Actors Queue Up for Chance at TV Stardom

Times Staff Writer

The middle-aged woman with short dark hair scrunched up her nose and shook her head for emphasis.

"I'm a real good bitch," she said.

Not a great beauty, the woman was doing her best Saturday to make sure that Samuel Warren, a San Diego casting director, would remember her from among more than 200 aspiring actors and actresses who flocked to an "open casting call" at a small office building in Mission Valley.

Wearing business suits and jeans, some looking dumpy but many nearly glamorous, the men and women queued up in hopes of landing a part in a pilot show for a proposed soap opera that will be based in San Diego.

Warren said a local production company--he won't reveal which one--is planning a saga revolving around an insensitive military man with a wealthy wife, wholesome daughter and "New Wave" son who takes drugs and gets in trouble with the police. Also on the show is a man Warren calls the "hunk" and a married, "Tom Selleck-type" whose preoccupation is bed-hopping.

"It's almost like a 'Dynasty' but without millionaires," Warren said.

But few of the people who came to the casting call knew or cared about those details. They concentrated on making their best impression with Warren, who spent at most a few minutes with everyone in line. There were no auditions or readings, only time enough for Warren to look at each face, study a few pictures and perhaps exchange a few words.

"You want to be the one out of the crowd they choose," said Lynette Marie Berry, a 20-year-old psychiatric technician from La Mesa. She tried to catch Warren's eye with an open red jacket, revealing tube-top blouse, tight jeans and white spike shoes.

"Even though it is one minute, that one minute means so much," she explained. "It's the first look, the first glance, the first time you speak . . . What I'm trying to do right now is show that I have a figure, instead of covering it up."

Like a good-will ambassador gone crazy, Warren shook hands, called the women "honey," and made the vague kind of promises that teases people with an unstated promise.

"I wish you were here yesterday! I could have used you in that Xerox commercial," Warren cooed to a man in glasses and a blue business suit. To Jeff Fitch of Lakeside, Warren peered into his face and declared: "You have that neutral, saleable look, so I can pull you in as a young guy, a young father."

The comment sent Fitch, who acts and also works on a commercial strawberry farm, away happy. "That means there might be a call back, and if you get a call back, you get a second call back. . . .

"You hit all the auditions," said Fitch. "You meet the right people and just hope your time comes up."

Gene Anselmo, a 62-year-old retired Sears appliance salesman from Clairemont, wanted his chance too, and he was one of the first in line to see Warren and hand over a picture.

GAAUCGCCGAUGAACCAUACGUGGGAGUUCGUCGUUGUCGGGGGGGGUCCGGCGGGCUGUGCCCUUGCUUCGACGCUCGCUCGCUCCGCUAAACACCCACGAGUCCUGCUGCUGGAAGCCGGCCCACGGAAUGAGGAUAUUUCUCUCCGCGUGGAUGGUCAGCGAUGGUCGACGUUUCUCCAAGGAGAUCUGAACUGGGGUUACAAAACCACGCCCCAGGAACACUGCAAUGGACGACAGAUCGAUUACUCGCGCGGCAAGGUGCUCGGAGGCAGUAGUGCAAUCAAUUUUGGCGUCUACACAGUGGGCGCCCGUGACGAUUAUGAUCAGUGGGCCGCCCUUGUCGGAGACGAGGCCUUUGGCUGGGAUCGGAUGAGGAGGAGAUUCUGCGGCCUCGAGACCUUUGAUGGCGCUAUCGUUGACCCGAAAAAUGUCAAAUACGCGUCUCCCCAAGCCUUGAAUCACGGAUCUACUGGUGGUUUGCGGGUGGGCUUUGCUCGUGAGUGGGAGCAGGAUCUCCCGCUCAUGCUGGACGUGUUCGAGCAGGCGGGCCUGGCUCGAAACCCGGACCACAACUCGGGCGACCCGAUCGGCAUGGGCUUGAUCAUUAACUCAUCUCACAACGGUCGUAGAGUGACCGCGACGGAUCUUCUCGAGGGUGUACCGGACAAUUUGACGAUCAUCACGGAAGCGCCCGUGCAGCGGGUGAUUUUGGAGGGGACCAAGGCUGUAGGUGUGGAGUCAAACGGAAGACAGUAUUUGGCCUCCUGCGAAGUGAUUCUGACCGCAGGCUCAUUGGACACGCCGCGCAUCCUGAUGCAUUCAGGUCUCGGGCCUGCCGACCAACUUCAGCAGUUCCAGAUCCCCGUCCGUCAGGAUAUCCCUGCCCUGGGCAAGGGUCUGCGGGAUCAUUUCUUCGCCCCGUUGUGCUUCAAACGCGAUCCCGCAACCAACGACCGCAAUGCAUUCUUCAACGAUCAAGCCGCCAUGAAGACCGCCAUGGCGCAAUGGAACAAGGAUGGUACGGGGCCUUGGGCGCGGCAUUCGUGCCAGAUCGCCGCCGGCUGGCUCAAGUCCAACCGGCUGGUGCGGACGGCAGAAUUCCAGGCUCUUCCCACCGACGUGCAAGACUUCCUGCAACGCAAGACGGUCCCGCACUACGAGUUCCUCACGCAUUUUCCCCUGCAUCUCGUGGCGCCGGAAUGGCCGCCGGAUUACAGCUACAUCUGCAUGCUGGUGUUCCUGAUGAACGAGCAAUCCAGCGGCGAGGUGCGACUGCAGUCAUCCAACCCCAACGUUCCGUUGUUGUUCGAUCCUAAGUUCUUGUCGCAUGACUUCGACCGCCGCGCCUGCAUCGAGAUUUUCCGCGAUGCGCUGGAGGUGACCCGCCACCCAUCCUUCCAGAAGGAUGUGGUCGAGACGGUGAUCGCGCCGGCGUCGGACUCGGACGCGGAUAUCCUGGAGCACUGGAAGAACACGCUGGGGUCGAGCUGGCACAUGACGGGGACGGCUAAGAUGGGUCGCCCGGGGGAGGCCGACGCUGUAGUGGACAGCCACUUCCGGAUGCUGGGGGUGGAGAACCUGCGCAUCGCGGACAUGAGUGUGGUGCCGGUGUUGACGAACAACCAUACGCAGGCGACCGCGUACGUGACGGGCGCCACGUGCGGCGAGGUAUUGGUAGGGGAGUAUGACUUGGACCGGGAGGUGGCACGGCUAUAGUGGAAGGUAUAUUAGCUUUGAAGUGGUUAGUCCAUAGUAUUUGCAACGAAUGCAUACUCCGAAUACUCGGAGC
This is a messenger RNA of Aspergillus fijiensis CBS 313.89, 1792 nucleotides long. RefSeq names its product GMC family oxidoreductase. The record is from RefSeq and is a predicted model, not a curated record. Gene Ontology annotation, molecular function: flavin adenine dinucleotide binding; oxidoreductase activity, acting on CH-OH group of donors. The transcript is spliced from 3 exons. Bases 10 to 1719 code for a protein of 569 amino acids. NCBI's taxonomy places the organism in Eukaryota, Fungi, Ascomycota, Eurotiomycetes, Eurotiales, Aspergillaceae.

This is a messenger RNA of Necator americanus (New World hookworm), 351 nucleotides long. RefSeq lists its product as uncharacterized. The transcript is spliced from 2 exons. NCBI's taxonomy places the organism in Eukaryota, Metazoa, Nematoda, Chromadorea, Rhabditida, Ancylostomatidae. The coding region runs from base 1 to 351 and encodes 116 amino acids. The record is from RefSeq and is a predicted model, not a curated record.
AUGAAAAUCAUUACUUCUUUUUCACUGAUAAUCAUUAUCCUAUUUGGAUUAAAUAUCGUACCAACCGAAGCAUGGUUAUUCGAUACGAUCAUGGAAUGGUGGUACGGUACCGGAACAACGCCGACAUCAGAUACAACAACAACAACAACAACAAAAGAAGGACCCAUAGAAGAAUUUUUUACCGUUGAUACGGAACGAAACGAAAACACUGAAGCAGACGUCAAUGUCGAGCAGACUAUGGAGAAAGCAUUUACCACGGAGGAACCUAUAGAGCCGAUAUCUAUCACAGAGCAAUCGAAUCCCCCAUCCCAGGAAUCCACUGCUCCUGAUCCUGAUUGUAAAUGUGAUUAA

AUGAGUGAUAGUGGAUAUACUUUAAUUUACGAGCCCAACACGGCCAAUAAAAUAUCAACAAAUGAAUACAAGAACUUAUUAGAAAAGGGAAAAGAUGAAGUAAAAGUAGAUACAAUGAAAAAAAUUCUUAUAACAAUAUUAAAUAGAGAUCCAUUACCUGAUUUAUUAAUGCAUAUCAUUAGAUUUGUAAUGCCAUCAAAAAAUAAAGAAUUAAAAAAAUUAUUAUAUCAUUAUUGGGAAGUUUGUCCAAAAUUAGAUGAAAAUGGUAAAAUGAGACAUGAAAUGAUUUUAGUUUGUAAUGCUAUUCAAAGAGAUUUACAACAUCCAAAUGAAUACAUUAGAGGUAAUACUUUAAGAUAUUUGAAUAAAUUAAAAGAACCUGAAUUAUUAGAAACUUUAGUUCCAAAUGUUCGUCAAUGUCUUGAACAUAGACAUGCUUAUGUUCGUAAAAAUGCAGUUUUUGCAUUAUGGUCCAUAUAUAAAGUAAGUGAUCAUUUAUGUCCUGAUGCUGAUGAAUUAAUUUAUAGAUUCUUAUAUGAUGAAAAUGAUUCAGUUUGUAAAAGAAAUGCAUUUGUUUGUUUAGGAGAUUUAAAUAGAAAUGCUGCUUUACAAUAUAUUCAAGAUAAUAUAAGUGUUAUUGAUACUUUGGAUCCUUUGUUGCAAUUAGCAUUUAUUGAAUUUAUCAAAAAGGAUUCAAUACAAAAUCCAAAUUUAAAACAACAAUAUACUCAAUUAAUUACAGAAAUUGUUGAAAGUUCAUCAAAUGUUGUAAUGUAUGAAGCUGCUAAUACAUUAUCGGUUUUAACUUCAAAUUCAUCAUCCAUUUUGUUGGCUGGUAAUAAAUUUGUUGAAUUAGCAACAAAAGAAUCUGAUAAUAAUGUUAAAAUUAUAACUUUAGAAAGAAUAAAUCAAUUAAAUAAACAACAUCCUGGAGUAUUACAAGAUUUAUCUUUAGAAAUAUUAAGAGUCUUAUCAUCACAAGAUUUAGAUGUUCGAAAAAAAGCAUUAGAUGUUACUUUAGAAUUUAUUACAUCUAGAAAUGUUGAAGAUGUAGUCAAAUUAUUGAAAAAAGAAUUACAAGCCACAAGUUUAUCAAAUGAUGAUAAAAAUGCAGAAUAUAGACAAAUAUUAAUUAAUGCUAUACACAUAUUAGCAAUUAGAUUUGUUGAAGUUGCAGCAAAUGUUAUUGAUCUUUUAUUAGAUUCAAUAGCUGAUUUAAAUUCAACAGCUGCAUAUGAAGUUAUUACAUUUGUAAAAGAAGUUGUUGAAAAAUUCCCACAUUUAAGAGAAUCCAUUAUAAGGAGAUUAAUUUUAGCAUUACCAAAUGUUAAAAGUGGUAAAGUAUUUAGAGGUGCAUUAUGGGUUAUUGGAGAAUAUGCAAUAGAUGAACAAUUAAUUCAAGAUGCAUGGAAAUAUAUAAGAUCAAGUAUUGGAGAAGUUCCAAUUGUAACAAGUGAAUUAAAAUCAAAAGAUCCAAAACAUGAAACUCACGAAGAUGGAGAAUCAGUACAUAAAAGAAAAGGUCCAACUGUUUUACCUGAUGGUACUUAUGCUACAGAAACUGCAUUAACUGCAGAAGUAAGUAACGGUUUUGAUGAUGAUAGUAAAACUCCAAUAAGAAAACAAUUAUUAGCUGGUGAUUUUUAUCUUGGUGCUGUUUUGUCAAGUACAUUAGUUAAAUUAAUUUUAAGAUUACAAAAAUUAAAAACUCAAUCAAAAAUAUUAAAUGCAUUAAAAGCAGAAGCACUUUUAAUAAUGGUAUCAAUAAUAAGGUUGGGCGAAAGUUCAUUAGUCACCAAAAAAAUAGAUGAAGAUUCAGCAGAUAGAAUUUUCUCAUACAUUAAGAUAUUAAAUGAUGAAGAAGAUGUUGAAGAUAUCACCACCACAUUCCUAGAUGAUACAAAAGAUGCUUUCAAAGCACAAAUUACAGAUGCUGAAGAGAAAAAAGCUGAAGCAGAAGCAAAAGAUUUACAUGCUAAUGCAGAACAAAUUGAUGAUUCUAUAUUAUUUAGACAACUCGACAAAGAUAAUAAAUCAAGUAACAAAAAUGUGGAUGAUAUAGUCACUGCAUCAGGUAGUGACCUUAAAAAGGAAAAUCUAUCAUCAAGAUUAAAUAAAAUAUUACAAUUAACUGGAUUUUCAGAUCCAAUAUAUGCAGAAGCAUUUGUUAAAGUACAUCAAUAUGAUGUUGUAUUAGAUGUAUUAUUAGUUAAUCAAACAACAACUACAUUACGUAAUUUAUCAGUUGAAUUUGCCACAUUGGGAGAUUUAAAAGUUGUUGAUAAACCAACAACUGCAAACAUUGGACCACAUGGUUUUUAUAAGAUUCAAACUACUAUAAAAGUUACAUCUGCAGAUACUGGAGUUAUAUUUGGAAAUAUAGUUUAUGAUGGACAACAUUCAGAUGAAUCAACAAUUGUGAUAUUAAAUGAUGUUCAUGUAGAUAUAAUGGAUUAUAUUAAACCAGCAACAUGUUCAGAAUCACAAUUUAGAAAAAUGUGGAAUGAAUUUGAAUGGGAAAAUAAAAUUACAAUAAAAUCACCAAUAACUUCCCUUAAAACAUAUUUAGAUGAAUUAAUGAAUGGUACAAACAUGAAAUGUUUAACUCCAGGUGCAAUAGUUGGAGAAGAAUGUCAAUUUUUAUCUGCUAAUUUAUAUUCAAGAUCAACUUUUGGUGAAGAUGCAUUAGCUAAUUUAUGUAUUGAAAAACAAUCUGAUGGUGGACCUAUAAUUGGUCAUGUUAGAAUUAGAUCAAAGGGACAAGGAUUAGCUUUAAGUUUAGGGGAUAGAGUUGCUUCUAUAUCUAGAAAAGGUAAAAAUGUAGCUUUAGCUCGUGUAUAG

Anselmo said he has been acting since he was a teen-ager, and most recently has had small parts in the Jack Lemmon movie "Mass Appeal" (he's sitting in the church choir), in the recent film tribute to the late University of Alabama football coach Paul (Bear) Bryant (he's an assistant football coach) and the made-for-television move "The Seduction of Gina" (he's the one playing cards next to star Valerie Bertinelli).

Anselmo's latest part was as an immigration agent in a Korean film, Deep Blue Night, which he thinks is now showing in Seoul.

"It's filmed at a junk yard in Compton," he said. "A car comes barreling down at me. I'm holding a walkie-talkie."

One woman at the back of the line said she had been planning on coming to the call for a week. A man standing behind her carrying a backpack said he just heard about the gathering of actors.

"I read about it 15 minutes ago, grabbed a cab and came down here," said Daniel Thomas, 34, a literature student at UCSD who came from a library in Normal Heights.

"First you've got to figure out if you're what the guy wants. If you are, then you try to make him remember you. I'm unusual," said Thomas, who believes he once earned a bit part in an opera in Washington, D.C., because during the call he sat on the floor in a lotus position, while others waited in chairs.

Warren started the call at 12:30 p.m. and finished three hours later, accumulating a stack of photographs and resumes. He said he will now scour the 45 local theater groups looking for "talent," and get in touch with the agents he knows.

Eventually, he will pick five possibilities for each of the 12 roles in the proposed soap opera, while sifting through the glossies for others who will fit some up-coming car commercials.

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